The Abode of Fancy, by Sam Coll, Lilliput Press, 496 pp, ISBN: 978-1843516637
A few years ago I attended an event in Dublin at which authors with some of Ireland’s independent publishing houses read from their work. It was a bring-your-own, roll-your-own, three-to-an-armchair kind of evening. The tipsy informality suited the wired and wiry young man who took to the stage to read his piece. He was Sam Coll, though I didn’t get his name until afterwards, and his performance was electric; he somehow, while reading from the page, seemed as though he were composing the piece as he delivered it, pulling sentences out of the air like a man possessed by a mad muse. He stole the night, and I had to get my hands on more of his work.
I’ve had to wait: The Abode of Fancy is Coll’s first book. It is a truly original, stylistically ambitious comic novel, a wild, ribald, self-delighting, self-indulgent, overwritten romp. Coll writes sentences like a driver belting a camper van along winding hairpin-bent rural Irish roads with the accelerator fully depressed using the handbrake as a steering device. This is look-what-I-can-do writing, and it’s impressive.
Three main strands run through the book. One is that of The Mad Monk, a fantastical man-like creature with superhuman abilities, who clambers up cliff faces, claims to have created the world, and eats seagulls whole. He befriends a hare, whose love life he tries to sort out, and a cow, whom he sucks milk from and rides around the place. He marries a banshee, the ceremony enacted by a badger who has been “tutored in pig Latin by a beautiful otter with a lovely sleek hide”. Meanwhile the ghost of his brother wanders the land in a shroud of mist, whispering prophecies to goats.
Another strand follows a number of middle class men gone to seed in their late middle-age, who spend their time boozing, failing to wash, making crude remarks to younger women, and generally slumping into decrepitude. These boorish bores once knocked around together being harmlessly offensive (making a performance of scratching their balls in the Irish Film Institute, and other such clever carry-on), but now they have drifted into their separate spheres of unheroic eccentricity.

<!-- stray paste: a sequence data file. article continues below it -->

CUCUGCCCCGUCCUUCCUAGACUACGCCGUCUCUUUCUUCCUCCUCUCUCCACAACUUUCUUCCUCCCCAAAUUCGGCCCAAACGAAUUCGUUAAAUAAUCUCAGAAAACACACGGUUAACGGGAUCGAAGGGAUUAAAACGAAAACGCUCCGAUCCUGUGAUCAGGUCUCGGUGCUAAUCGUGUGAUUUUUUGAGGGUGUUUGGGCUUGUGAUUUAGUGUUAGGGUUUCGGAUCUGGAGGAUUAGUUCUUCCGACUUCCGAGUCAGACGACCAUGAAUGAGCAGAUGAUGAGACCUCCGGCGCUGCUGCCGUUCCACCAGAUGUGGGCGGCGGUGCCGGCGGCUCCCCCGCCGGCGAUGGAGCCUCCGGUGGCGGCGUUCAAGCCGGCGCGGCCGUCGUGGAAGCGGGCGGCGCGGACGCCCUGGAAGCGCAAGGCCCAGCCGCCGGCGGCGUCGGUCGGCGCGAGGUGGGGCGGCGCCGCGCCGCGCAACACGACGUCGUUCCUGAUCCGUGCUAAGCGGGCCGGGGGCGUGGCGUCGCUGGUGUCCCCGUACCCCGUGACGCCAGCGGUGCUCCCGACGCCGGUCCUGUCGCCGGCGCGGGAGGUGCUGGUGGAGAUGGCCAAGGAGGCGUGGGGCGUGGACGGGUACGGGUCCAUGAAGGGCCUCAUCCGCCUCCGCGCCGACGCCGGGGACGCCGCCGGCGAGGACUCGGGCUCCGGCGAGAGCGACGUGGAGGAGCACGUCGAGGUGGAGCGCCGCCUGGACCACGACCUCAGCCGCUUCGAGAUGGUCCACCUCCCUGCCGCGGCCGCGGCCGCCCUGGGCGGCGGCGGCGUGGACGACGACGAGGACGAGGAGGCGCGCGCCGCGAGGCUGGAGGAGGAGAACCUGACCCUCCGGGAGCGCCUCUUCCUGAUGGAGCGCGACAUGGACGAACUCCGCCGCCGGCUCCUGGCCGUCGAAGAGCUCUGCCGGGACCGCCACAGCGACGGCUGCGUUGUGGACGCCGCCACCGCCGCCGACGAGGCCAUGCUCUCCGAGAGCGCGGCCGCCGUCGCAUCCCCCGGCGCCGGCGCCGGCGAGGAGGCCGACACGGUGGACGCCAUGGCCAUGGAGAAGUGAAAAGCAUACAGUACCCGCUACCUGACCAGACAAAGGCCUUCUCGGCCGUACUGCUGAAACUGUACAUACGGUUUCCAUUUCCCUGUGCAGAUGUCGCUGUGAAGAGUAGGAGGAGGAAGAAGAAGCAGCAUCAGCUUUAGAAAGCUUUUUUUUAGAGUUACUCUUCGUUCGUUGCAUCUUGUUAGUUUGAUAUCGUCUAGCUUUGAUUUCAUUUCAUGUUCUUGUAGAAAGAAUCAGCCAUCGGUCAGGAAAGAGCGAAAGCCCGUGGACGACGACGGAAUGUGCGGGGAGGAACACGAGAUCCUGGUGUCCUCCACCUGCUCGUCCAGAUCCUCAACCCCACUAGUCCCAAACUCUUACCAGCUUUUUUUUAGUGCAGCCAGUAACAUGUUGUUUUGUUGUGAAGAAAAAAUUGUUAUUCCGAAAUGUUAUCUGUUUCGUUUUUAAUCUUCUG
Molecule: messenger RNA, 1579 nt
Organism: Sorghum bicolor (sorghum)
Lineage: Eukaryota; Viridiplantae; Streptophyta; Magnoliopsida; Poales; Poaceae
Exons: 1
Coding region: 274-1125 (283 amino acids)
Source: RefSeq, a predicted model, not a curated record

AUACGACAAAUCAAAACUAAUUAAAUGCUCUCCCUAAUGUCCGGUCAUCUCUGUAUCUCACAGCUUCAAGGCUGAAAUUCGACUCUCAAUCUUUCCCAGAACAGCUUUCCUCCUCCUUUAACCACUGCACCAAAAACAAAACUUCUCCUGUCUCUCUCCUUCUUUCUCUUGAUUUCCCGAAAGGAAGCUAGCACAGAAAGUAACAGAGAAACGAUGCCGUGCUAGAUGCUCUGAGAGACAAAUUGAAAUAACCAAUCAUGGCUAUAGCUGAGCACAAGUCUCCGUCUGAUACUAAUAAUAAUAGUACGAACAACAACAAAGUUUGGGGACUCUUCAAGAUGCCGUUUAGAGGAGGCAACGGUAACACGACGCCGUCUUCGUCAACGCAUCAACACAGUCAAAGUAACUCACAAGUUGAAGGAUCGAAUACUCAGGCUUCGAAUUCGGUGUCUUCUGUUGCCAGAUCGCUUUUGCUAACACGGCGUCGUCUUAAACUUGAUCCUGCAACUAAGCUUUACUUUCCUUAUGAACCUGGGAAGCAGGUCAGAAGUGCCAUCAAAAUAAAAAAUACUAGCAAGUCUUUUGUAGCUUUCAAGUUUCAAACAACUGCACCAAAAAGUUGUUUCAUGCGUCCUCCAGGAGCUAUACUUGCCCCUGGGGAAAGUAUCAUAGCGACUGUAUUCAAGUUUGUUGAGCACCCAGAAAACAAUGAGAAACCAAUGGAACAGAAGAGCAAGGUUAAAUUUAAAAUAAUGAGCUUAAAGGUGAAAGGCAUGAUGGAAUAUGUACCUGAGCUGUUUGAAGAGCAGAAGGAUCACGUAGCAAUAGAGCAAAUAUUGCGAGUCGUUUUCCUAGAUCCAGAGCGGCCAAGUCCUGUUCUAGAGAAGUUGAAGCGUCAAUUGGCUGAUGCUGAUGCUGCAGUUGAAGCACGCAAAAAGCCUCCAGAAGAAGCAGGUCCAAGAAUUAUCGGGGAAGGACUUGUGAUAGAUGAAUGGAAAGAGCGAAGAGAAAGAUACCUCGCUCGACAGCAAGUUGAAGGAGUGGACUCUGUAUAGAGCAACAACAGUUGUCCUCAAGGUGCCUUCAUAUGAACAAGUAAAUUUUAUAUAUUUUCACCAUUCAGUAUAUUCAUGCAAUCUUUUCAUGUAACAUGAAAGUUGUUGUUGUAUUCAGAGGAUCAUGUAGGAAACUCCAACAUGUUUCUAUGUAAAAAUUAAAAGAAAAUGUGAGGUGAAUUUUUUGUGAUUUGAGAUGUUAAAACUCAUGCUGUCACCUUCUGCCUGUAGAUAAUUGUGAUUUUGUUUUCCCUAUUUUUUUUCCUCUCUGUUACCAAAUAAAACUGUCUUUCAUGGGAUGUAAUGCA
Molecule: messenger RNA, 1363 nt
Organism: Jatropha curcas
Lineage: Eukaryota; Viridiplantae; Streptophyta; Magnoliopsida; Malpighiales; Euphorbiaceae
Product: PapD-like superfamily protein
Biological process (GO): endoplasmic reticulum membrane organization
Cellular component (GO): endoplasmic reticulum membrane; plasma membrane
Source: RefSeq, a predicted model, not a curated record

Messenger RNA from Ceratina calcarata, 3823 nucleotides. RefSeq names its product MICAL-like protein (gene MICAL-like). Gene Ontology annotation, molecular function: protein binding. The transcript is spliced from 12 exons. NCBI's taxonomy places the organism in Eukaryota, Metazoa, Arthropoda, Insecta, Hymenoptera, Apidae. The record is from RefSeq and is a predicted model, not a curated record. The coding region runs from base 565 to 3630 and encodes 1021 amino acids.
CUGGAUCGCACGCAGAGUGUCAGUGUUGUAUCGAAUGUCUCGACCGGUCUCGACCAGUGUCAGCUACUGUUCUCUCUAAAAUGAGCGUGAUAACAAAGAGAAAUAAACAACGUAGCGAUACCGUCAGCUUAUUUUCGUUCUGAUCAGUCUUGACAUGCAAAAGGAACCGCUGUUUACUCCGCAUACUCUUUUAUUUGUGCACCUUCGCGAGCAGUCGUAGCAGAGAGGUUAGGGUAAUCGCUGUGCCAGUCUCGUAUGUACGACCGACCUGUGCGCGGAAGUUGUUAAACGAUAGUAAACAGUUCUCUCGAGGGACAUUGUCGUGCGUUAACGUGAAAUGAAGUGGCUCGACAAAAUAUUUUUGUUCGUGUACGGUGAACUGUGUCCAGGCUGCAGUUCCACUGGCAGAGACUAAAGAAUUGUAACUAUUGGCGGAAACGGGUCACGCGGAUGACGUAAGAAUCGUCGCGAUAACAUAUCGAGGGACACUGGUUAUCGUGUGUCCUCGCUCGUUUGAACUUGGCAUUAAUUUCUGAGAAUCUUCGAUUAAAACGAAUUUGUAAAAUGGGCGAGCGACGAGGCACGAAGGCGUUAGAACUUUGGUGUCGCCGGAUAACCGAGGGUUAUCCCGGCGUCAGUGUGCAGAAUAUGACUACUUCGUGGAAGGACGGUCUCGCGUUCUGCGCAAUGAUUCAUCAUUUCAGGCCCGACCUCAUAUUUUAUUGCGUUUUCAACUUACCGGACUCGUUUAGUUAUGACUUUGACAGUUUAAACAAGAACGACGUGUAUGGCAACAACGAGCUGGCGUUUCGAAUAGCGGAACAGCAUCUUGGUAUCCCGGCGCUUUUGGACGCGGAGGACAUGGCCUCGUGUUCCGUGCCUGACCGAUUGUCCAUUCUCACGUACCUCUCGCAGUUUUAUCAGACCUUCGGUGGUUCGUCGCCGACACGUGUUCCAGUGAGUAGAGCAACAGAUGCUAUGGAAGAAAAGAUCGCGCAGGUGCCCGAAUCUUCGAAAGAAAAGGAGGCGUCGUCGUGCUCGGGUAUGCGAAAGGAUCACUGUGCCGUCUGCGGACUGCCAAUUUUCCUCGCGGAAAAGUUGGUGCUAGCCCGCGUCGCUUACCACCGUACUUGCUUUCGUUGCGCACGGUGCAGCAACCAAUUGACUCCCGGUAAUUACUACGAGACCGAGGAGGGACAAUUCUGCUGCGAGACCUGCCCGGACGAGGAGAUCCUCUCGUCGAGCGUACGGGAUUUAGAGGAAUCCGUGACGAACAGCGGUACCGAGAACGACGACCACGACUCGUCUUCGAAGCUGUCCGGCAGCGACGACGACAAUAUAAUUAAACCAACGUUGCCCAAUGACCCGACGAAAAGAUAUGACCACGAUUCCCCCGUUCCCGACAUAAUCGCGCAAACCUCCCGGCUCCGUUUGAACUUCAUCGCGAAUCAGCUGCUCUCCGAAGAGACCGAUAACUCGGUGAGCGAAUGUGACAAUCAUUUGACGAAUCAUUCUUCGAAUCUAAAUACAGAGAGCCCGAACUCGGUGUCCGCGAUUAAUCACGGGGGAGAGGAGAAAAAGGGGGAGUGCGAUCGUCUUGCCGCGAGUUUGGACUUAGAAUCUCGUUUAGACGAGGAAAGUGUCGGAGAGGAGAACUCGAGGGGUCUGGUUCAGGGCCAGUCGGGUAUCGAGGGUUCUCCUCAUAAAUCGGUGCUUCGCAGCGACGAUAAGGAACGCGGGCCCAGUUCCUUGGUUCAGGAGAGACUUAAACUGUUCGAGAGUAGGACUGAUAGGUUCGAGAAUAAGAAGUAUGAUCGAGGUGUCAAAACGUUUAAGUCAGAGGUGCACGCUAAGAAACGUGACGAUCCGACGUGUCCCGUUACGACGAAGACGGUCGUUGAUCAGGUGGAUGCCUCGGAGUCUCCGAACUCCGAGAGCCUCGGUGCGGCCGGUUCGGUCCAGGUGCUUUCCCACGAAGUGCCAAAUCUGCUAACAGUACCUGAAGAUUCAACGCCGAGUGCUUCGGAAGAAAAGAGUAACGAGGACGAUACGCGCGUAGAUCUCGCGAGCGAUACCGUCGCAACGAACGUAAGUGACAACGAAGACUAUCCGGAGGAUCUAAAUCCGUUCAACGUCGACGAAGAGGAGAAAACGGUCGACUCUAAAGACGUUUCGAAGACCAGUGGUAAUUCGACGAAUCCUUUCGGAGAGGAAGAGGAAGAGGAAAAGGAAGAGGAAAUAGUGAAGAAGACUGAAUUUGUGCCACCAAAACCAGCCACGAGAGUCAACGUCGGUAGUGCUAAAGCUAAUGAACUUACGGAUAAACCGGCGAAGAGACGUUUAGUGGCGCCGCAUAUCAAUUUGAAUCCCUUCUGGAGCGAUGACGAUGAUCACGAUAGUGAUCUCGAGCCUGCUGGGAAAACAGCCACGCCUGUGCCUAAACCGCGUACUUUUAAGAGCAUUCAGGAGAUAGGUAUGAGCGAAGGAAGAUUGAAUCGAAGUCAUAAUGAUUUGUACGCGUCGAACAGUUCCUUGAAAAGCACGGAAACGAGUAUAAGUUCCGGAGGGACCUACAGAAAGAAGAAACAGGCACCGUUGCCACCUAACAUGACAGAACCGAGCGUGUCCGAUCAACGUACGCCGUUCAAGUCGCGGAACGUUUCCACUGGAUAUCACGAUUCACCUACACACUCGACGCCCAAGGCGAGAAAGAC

The third is that of the character who will come to dominate the latter part of the novel, Simeon Collins, a student of English at Trinity College. He and his incestuous group of friends, with bizarre names like Joseph Fritzl (!), Jezebel Temple, and Kyrie Elysium, are classic unlikeable Trinity students. Oblivious of their unoriginal preposterousness, they get drunk, declare their genius, copulate almost at random, weep in darkened streets for the sadness of the world, and generally aim for Hamlet but hit Falstaff. Stephen-Dedalus-meets-Withnail-and-I. Towards the end, poor Simeon has a hilarious foreskin-related mishap (a “self-wrought fate of auto-impotence”), the sort of gory detail of young male life that doesn’t usually make it into the heaps of “gritty” books about, well, young male life.
Here and there the chapters are interspersed with extracts from a long poem called The Mad Monk’s Doggerel Epic History, the discovery of which manuscript acts as a framing device for the narrative. Some good comic touches are found in these snippets of verse parody: “Just as you spun your sob story along / So too shall I unravel my oblong / Chronicle.’
Coll is great at up-close-and-gross description of the pungent sensual world, describing with relish everything from his characters’ enthusiastic sexual antics to the stains on an old man’s underpants, the result of “blue-moon nocturnal emissions”. There’s a hypochondriac fixation on physical decline and the brevity of youth’s passing ripeness. The men are either old and fat and due a heart attack or young but too drunk to wipe their own arses; the women, always seen through male eyes, are gorgeous young ones agonisingly beyond Simeon’s reach, or warts-and-all hags. There is a tiresome fixation on female bodily functions. The novel’s mix of puerility and self-conscious literariness is summed up in the sentence “Edwin had been busy slicing off some spatters of menstrual blood that had flecked the pages of his Rushdie book.”